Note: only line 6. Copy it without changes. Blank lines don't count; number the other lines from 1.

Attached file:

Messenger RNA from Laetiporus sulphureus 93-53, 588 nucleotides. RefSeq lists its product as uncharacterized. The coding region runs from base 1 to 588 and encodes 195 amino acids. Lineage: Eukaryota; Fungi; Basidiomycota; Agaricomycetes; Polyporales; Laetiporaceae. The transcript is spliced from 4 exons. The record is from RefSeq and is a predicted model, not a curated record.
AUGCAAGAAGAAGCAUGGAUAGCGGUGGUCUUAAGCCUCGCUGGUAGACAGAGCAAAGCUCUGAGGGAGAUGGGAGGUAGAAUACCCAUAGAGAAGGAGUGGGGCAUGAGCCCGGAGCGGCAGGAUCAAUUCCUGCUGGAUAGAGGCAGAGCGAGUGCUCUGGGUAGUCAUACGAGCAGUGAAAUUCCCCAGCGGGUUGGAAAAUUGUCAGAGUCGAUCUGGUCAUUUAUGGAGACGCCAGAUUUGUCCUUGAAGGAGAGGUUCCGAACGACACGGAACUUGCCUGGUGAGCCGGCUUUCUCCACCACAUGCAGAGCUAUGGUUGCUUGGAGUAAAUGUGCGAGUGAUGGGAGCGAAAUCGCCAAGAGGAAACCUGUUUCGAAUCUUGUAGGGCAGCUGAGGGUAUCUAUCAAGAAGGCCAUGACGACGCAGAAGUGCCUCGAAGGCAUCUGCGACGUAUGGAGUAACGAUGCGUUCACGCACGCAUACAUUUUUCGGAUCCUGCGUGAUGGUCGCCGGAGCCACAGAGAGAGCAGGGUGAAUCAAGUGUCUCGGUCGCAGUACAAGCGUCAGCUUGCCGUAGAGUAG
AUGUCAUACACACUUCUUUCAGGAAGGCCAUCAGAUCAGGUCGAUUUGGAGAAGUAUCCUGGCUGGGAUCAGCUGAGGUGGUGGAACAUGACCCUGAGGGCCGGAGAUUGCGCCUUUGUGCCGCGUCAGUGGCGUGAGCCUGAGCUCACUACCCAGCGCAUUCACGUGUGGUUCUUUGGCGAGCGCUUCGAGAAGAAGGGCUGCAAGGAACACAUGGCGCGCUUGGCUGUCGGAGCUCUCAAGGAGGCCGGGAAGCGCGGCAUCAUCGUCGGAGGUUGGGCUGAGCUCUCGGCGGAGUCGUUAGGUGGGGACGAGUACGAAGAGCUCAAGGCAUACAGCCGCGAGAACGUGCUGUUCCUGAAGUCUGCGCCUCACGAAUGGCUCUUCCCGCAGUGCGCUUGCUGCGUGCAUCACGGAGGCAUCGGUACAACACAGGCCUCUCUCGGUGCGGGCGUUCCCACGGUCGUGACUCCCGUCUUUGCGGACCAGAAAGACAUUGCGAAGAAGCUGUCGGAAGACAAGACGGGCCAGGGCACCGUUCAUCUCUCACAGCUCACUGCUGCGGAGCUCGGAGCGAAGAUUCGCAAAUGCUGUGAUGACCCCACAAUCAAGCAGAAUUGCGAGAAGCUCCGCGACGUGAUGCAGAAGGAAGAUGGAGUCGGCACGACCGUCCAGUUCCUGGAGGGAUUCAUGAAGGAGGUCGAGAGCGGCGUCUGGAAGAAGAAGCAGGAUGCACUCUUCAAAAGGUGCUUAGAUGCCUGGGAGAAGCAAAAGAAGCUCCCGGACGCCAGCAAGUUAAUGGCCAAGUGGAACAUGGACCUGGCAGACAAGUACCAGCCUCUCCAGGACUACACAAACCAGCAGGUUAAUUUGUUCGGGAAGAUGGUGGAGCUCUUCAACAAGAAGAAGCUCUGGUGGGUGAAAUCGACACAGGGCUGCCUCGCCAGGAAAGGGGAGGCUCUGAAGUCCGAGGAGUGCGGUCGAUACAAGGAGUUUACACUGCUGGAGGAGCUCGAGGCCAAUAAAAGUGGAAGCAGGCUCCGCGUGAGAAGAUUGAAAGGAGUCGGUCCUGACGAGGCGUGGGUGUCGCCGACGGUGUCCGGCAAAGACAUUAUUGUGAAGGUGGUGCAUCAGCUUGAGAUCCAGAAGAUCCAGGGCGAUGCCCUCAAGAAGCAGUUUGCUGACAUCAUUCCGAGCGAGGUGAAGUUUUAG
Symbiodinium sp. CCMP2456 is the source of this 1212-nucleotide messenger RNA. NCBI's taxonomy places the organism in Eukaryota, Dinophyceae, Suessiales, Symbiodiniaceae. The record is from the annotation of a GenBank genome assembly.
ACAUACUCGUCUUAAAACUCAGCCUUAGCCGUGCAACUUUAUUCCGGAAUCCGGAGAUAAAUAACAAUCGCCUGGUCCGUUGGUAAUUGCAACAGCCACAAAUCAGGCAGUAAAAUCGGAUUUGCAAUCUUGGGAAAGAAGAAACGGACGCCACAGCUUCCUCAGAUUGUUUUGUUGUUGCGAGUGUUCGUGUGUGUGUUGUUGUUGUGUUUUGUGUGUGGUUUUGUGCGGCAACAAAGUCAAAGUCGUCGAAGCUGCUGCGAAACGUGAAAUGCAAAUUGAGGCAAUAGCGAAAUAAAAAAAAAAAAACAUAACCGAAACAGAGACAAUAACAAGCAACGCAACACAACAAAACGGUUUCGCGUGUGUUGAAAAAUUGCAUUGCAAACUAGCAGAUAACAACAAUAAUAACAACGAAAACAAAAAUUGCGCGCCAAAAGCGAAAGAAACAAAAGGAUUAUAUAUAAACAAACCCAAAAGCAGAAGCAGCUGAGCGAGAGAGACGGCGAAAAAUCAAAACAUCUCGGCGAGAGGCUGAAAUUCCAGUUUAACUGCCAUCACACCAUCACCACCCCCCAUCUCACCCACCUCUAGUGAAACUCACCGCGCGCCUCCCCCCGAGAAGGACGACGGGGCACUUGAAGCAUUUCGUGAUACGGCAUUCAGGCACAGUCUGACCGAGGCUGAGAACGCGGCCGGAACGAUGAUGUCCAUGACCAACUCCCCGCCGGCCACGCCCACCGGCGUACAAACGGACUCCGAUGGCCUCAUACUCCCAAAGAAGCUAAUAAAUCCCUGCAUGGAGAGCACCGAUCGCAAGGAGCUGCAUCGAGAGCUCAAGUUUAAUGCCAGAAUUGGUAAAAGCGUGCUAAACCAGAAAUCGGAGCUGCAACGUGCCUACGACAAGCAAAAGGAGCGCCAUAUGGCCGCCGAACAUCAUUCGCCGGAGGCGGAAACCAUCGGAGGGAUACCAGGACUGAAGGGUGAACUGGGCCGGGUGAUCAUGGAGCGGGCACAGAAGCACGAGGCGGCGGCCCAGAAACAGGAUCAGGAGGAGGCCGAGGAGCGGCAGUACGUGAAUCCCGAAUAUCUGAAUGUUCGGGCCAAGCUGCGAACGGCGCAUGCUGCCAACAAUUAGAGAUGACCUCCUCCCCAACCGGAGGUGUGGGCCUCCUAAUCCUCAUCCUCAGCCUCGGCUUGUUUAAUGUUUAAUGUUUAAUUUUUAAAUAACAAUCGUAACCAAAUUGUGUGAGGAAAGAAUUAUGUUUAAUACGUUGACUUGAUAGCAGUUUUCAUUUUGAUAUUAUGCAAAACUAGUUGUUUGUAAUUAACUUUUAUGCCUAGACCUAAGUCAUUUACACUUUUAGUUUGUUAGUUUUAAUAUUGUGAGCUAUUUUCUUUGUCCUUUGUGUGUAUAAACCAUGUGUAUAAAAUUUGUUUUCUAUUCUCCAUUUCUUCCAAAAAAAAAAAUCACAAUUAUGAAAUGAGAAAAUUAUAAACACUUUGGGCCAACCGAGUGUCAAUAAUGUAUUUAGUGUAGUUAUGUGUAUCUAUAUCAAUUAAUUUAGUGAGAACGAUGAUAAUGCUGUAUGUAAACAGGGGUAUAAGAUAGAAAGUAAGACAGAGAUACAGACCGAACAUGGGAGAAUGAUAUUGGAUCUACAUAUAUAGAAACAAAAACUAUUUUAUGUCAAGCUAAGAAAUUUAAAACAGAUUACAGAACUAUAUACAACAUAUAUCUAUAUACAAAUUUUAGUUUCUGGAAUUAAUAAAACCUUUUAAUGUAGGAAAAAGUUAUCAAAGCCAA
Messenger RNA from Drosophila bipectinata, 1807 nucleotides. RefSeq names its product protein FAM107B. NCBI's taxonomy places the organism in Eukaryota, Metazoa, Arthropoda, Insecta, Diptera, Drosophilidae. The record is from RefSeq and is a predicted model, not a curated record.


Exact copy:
Messenger RNA from Drosophila bipectinata, 1807 nucleotides. RefSeq names its product protein FAM107B. NCBI's taxonomy places the organism in Eukaryota, Metazoa, Arthropoda, Insecta, Diptera, Drosophilidae. The record is from RefSeq and is a predicted model, not a curated record.